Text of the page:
Italians are voting in a referendum on constitutional reform that will decide the political future of Prime Minister Matteo Renzi, who has promised to resign if voters fail to back his reform plans.
About 51 million Italians are eligible to vote on Renzi’s plan to drastically reduce the role of the upper house Senate and reduce powers of provincial governments.
Turnout was very high by Italian standards, with 57.24 percent of voters having cast their ballots by 18:00 GMT, according to the Interior Ministry.
Nearly two thirds of the electorate had voted in some parts of prosperous northern Italy but the turnout was much lower in the south – a pattern which was seen as a potential boost to the premier’s survival hopes.
Italians living abroad have voted by post over the past days and the ballots flown to a hangar on the outskirts of Rome.
If the reform moves forward, the Senate would lose much of its power. Instead of the current 315 senators, there would be 100, and rather than being directly elected, they would be selected by regional assemblies.
The reform would dissolve Italy’s 110 provinces, Italy’s second-level administrative divisions – considered expensive and redundant – while municipalities, metropolitan cities and regions would remain.
The populist Five Star Movement, the biggest political rival to Renzi’s Democratic party, has been backing the No campaign in the referendum.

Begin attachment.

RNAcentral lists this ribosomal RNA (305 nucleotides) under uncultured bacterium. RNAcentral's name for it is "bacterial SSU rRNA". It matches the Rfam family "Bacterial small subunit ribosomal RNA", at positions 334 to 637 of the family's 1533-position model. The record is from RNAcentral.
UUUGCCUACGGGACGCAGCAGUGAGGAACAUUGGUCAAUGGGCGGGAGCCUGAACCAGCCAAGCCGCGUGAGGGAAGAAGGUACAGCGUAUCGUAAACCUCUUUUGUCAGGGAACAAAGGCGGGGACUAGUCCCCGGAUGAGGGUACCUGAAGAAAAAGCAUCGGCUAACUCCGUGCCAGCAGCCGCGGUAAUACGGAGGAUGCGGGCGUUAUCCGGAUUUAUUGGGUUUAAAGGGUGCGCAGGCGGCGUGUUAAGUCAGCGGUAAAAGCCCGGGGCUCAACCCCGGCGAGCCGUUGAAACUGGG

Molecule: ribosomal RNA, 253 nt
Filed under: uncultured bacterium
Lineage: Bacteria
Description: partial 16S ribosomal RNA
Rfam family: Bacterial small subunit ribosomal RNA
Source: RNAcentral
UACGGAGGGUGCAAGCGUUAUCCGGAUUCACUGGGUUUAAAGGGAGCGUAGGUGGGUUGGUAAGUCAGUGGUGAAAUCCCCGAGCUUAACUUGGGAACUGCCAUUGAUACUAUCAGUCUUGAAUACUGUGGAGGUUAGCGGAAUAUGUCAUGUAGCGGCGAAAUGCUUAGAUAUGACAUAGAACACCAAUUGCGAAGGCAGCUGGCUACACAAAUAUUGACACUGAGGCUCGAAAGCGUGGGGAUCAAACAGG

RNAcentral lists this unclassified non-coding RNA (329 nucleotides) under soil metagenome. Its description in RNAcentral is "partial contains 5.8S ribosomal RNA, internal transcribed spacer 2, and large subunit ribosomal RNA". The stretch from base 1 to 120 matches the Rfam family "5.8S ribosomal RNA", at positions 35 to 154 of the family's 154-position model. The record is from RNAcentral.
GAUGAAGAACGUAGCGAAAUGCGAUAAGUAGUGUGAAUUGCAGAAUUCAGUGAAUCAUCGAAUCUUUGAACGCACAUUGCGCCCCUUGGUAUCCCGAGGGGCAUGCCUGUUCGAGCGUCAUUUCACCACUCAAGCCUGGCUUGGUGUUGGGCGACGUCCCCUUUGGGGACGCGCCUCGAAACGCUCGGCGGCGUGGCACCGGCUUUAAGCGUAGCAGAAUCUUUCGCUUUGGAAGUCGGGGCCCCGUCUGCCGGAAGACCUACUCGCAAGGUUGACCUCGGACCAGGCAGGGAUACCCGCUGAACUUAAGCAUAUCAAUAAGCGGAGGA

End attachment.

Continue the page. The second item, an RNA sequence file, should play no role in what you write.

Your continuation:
The Five Star Movement has also sought to capitalise on Renzi’s declining popularity, a sluggish economy and the problems caused by tens of thousands of migrants arriving in Italy.
“God willing it’s over. A new era starts tomorrow I hope,” said Matteo Salvini, leader of the far-right Northern League, after voting in Milan.
With all the opposition parties lined up against the reform, a victory for Renzi would be a surprise and represent an enormous personal triumph for Italy’s youngest prime minister who often appeared to be fighting the campaign single-handed.
Renzi, 41, voted mid-morning in his Tuscan home town of Pontassieve, but made no comment.
In the final days of frenetic campaigning, he insisted that the public mood was changing, focusing his attention on the millions of Italians who said they were undecided.
Turnout, expected to be 50-60 percent, could be crucial. Pollsters say lower participation could favour Renzi, as hostility to his reform is strongest among young voters and those in the poor south, segments of the population that often don’t bother to vote. The referendum does not require a quorum to be valid.
A turnout above 60 percent could also make the result more unpredictable as it would suggest many voters who said they planned to abstain ended up going to the polls.
Financial markets and Europe’s politicians fear victory for the opposition “No” camp could cause political instability and renewed turmoil for Italy’s battered banks, pushing the eurozone towards a fresh crisis.
Economy Minister Pier Carlo Padoan sought to calm nervous markets on Friday, saying there was “no risk of a financial earthquake” if ‘No’ wins, though there may be “48 hours of turbulence”.